lab-on-a-chip technology that measures trace amounts of air
contaminants in homes was successfully field-tested by researchers at
the University of Michigan.
in the presence of 50 other indoor air contaminants, the U-M-built
microsystem found levels of the targeted contaminant so low that it
would be analogous to finding a particular silver dollar in a roll
stretching from Detroit to Salt Lake City.
is the first (known) study of its kind,” said Ted Zellers, professor in
the U-M School of Public Health and the Department of Chemistry, and
lab-on-a-chip technologies are used for biomedical analysis of
liquids,” Zellers said. “Our technology is designed for monitoring
contaminants in the air, and this groundbreaking study is the first to
prove that it can work outside the laboratory in real-life
applications are potentially limitless because the device, called a
microfabricated gas chromatograph, can be tailored to detect any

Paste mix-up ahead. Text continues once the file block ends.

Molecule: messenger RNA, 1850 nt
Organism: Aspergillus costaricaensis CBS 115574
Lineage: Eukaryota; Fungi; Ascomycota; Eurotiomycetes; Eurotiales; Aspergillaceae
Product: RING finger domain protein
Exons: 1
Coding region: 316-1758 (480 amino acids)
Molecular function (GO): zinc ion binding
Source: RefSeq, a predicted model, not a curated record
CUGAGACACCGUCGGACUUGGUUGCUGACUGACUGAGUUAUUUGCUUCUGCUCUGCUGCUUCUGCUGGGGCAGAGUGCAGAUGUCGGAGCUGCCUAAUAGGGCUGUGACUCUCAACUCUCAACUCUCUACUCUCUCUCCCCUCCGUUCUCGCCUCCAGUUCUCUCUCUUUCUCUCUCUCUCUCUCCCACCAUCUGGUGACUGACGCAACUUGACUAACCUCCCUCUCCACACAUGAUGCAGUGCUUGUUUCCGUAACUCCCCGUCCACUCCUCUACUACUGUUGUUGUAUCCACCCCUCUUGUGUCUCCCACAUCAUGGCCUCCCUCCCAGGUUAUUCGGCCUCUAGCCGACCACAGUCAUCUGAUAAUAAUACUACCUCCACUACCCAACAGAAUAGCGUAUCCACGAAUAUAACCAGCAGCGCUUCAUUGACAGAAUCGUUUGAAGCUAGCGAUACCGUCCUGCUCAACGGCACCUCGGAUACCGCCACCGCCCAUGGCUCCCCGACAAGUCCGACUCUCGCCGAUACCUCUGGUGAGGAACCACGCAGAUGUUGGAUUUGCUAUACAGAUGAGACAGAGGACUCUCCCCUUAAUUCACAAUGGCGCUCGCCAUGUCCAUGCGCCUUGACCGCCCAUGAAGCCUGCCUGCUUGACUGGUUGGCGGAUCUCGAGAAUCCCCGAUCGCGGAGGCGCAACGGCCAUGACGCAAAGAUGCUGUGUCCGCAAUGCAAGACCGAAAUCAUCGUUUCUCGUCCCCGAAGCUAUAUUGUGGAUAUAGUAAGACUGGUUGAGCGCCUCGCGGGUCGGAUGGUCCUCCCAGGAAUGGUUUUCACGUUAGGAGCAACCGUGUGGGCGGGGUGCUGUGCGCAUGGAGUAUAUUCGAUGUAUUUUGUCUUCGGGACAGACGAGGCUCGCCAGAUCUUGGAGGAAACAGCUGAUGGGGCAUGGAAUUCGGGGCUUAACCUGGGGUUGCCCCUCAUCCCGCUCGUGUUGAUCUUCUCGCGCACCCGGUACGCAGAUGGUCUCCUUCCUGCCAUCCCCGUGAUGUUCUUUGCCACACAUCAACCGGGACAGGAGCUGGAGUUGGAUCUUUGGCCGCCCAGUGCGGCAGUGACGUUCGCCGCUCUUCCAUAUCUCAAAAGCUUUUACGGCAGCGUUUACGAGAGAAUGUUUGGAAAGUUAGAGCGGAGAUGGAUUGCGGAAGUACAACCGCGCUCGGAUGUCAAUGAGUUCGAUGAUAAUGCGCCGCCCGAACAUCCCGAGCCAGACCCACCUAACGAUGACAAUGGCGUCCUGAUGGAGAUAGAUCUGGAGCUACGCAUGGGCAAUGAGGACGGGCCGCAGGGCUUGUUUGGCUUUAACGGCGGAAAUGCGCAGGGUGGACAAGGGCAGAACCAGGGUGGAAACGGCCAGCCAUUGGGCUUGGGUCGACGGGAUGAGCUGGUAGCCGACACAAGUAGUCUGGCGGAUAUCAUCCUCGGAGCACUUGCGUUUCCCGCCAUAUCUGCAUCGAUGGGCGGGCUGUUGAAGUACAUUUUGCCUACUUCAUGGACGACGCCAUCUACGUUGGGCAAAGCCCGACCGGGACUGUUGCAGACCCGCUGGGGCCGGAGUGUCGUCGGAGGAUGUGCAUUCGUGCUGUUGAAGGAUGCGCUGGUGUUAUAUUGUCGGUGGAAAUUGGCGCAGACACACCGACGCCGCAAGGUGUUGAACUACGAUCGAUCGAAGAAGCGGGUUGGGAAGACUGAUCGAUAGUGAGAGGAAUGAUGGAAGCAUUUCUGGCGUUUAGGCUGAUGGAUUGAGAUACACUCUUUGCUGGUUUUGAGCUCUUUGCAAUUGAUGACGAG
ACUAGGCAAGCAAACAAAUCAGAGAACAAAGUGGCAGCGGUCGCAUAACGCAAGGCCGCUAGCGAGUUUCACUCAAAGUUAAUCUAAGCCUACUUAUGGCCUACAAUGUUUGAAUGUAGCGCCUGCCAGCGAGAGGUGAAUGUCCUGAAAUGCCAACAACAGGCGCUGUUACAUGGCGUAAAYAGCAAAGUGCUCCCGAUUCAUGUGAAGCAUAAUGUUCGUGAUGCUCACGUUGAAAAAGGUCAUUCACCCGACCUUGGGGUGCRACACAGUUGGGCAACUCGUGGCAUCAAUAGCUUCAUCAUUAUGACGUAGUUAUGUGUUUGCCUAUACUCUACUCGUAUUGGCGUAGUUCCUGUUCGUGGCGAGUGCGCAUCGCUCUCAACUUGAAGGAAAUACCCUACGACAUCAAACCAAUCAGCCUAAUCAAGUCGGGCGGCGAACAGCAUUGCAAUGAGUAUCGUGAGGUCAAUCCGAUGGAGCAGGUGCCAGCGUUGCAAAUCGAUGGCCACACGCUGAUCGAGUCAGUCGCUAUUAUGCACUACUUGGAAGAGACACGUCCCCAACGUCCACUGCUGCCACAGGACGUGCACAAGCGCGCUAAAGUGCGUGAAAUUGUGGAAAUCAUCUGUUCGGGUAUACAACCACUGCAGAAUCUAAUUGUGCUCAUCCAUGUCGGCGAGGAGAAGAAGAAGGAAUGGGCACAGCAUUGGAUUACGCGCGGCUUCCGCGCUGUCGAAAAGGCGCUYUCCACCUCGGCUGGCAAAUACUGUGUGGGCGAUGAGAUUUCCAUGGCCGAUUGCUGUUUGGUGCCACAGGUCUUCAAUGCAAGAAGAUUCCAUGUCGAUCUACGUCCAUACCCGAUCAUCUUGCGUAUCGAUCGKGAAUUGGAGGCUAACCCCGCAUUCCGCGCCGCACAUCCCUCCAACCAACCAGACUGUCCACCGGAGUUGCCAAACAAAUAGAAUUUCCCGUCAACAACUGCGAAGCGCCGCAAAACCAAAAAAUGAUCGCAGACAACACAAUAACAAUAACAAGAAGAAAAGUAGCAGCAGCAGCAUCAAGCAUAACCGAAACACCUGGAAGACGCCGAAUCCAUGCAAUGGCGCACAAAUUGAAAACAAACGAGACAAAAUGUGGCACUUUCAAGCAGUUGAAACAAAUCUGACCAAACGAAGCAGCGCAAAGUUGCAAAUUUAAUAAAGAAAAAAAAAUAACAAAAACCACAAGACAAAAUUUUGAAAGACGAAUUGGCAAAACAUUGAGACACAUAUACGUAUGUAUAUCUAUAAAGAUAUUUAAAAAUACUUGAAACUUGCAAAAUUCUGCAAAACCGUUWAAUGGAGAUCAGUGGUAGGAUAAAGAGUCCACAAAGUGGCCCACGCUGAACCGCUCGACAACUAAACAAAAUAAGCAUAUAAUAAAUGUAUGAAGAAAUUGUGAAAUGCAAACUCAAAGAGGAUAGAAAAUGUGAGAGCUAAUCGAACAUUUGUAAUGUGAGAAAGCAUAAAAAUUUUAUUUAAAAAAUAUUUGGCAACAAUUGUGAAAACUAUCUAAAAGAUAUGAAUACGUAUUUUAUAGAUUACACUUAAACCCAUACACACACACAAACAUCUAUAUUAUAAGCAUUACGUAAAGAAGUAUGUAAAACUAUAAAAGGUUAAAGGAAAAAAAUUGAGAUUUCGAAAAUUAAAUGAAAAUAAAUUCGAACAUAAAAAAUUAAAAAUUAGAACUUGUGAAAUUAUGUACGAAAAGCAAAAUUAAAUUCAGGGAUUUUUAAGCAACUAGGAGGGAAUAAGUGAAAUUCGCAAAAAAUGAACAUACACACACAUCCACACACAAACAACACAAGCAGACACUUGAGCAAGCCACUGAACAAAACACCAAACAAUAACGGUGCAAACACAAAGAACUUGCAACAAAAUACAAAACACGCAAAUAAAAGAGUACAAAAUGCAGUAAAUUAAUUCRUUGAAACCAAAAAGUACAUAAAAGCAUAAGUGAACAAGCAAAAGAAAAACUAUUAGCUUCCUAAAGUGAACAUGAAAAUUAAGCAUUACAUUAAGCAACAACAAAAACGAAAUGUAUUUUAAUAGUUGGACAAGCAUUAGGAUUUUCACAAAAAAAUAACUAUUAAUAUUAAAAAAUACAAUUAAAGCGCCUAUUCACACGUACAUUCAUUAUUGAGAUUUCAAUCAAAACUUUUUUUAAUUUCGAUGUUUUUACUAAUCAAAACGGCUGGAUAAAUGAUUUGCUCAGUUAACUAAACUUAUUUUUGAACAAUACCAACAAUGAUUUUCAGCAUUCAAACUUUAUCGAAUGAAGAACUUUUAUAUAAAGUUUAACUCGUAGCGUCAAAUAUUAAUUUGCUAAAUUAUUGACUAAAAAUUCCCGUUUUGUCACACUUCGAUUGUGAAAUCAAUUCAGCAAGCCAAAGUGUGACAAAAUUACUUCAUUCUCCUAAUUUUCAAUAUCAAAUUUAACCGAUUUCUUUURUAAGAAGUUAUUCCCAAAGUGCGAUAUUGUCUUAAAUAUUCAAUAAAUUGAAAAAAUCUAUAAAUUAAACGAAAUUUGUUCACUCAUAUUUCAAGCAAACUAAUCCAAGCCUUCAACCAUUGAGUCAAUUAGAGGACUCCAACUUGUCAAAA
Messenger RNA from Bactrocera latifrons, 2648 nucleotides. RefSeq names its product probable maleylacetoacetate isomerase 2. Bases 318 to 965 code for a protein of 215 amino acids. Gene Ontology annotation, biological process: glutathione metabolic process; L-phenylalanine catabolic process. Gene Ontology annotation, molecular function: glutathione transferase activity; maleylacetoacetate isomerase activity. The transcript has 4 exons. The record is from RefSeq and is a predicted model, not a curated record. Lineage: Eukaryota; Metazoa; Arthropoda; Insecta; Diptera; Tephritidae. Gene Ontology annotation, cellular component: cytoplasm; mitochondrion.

contaminants, Zellers said. For instance, the team is adapting the same
technology to detect certain industrial chemicals in the breath and
saliva of exposed workers, biomarkers of cancer and other chronic
disease, and markers of explosives for airport screening applications.
Department of Defense contracted the U-M team to adapt and test two
prototypes devices in homes near Utah’s Hill Air Force Base to measure
indoor concentrations of trichloroethylene, or TCE. TCE was used on
military bases until the 1970s, and improper disposal caused TCE to
become a pervasive groundwater contaminant that can seep into homes
core microfabricated silicon chips, when stacked, are roughly the size
of a wristwatch,” Zellers said. They require less power and can be made
smaller and less expensively than traditionally manufactured
microsystem was designed and built by faculty and students affiliated
with the Center for Wireless Integrated MicroSensing and Systems in the
College of Engineering.
Zellers said the group is currently negotiating with several companies interested in commercializing the technology.
series of articles describing the results appeared in Environmental Science & Technology. Coauthors include Sun
Kyu Kim, Hungwei Chang, and Jonathan Bryant-Genevier of U-M; David
Burris of IST Inc.; and Kyle Gorder and Erik Dettenmeier of Hill Air